New material enables stretchy electronics

Researchers at Northwestern University have invented a new material – a combination of poly (dimethylsiloxane) (PDMS), a porous polymer, and an Eutectic Gallium-Indium (EGaln) metal mixture that enables electronics to be stretchable. The material can be deformed to more than 200% (twice) its original size without breaking or losing its operational efficiency.
The researchers created specialized dielectrics and conductors from the new material. Using these two fundamental circuit building blocks, the team hopes to build super-stretchy circuits before long.
Civil and environmental engineering professor Yonggang Huang believes his new material overcomes a crippling 100x reduction to conductivity in rival materials when stretched. Base on the press release, he comments, “This conductivity loss really defeats the point of stretchable electronics.
With current technology, electronics are able to stretch a small amount, but many potential applications require a device to stretch like a rubber band. With that level of stretchability we could see medical devices integrated into the human body.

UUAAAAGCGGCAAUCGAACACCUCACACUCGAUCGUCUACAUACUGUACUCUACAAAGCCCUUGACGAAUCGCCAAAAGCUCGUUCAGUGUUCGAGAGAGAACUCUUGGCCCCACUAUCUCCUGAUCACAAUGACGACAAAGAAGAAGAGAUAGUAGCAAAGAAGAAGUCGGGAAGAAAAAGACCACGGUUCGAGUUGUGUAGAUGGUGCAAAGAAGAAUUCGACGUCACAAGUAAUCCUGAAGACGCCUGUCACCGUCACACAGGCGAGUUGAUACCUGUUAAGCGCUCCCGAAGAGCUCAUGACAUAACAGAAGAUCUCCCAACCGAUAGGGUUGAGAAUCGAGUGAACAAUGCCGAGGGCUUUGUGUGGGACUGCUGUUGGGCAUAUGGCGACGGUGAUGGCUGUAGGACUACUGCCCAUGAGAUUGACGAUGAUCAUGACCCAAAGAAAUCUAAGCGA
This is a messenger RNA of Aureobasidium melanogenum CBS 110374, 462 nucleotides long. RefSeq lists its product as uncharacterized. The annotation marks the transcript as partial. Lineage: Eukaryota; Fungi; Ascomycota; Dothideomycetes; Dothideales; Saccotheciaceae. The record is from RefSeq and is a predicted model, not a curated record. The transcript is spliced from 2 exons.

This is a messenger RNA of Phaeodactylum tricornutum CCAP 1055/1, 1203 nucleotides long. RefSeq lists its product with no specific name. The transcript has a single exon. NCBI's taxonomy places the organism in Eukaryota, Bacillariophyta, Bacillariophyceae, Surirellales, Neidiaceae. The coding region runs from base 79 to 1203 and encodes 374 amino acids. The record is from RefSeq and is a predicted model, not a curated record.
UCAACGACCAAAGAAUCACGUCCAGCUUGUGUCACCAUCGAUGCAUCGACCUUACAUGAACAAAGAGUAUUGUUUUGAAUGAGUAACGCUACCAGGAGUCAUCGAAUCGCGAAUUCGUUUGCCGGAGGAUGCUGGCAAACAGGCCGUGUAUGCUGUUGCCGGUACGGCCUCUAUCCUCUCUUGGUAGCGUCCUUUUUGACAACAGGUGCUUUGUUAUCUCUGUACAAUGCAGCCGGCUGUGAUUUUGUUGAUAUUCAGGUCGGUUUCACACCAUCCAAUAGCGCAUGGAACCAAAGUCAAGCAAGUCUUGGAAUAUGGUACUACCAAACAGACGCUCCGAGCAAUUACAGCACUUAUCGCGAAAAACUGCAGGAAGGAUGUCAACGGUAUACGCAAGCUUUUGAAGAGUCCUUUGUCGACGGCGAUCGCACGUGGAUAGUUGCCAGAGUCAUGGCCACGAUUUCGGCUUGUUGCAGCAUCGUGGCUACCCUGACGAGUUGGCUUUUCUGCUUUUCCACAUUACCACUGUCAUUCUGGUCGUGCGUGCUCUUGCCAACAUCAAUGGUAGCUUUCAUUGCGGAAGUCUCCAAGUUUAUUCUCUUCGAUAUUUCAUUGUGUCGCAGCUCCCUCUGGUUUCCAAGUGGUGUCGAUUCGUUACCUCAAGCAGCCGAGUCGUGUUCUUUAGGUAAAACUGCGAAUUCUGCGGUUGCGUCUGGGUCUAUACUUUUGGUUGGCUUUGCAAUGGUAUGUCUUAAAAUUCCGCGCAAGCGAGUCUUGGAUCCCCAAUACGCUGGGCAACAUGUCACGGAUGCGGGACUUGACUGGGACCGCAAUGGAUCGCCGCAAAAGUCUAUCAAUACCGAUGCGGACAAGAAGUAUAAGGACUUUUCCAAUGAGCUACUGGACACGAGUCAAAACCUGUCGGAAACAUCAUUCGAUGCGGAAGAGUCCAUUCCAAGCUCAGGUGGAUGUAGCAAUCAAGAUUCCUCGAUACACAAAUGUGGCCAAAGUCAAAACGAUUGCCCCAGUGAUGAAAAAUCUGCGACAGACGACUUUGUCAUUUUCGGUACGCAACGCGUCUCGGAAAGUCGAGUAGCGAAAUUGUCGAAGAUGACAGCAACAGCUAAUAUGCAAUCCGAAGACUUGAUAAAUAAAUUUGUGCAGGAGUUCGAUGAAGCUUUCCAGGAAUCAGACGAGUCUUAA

By combining a liquid metal in a porous polymer, we achieved 200% stretchability in a material that does not suffer from stretch. Once you achieve that technology, any electronic can behave like a rubber band.”
The new material can be visualized as a mostly hollow series of caverns. The walls of the cavern are the polymer. Inside the cavern is a treasure trove of highly conductive metal atoms. The net design remains highly conductive when stretched. The material has tremendous potential for in-body microelectronics, sensors, and wearable electronic devices, assuming that it can be produced affordably.
Professor Huang and his graduate student Shuodao Wang have published their work in the prestigious Nature Communications journal.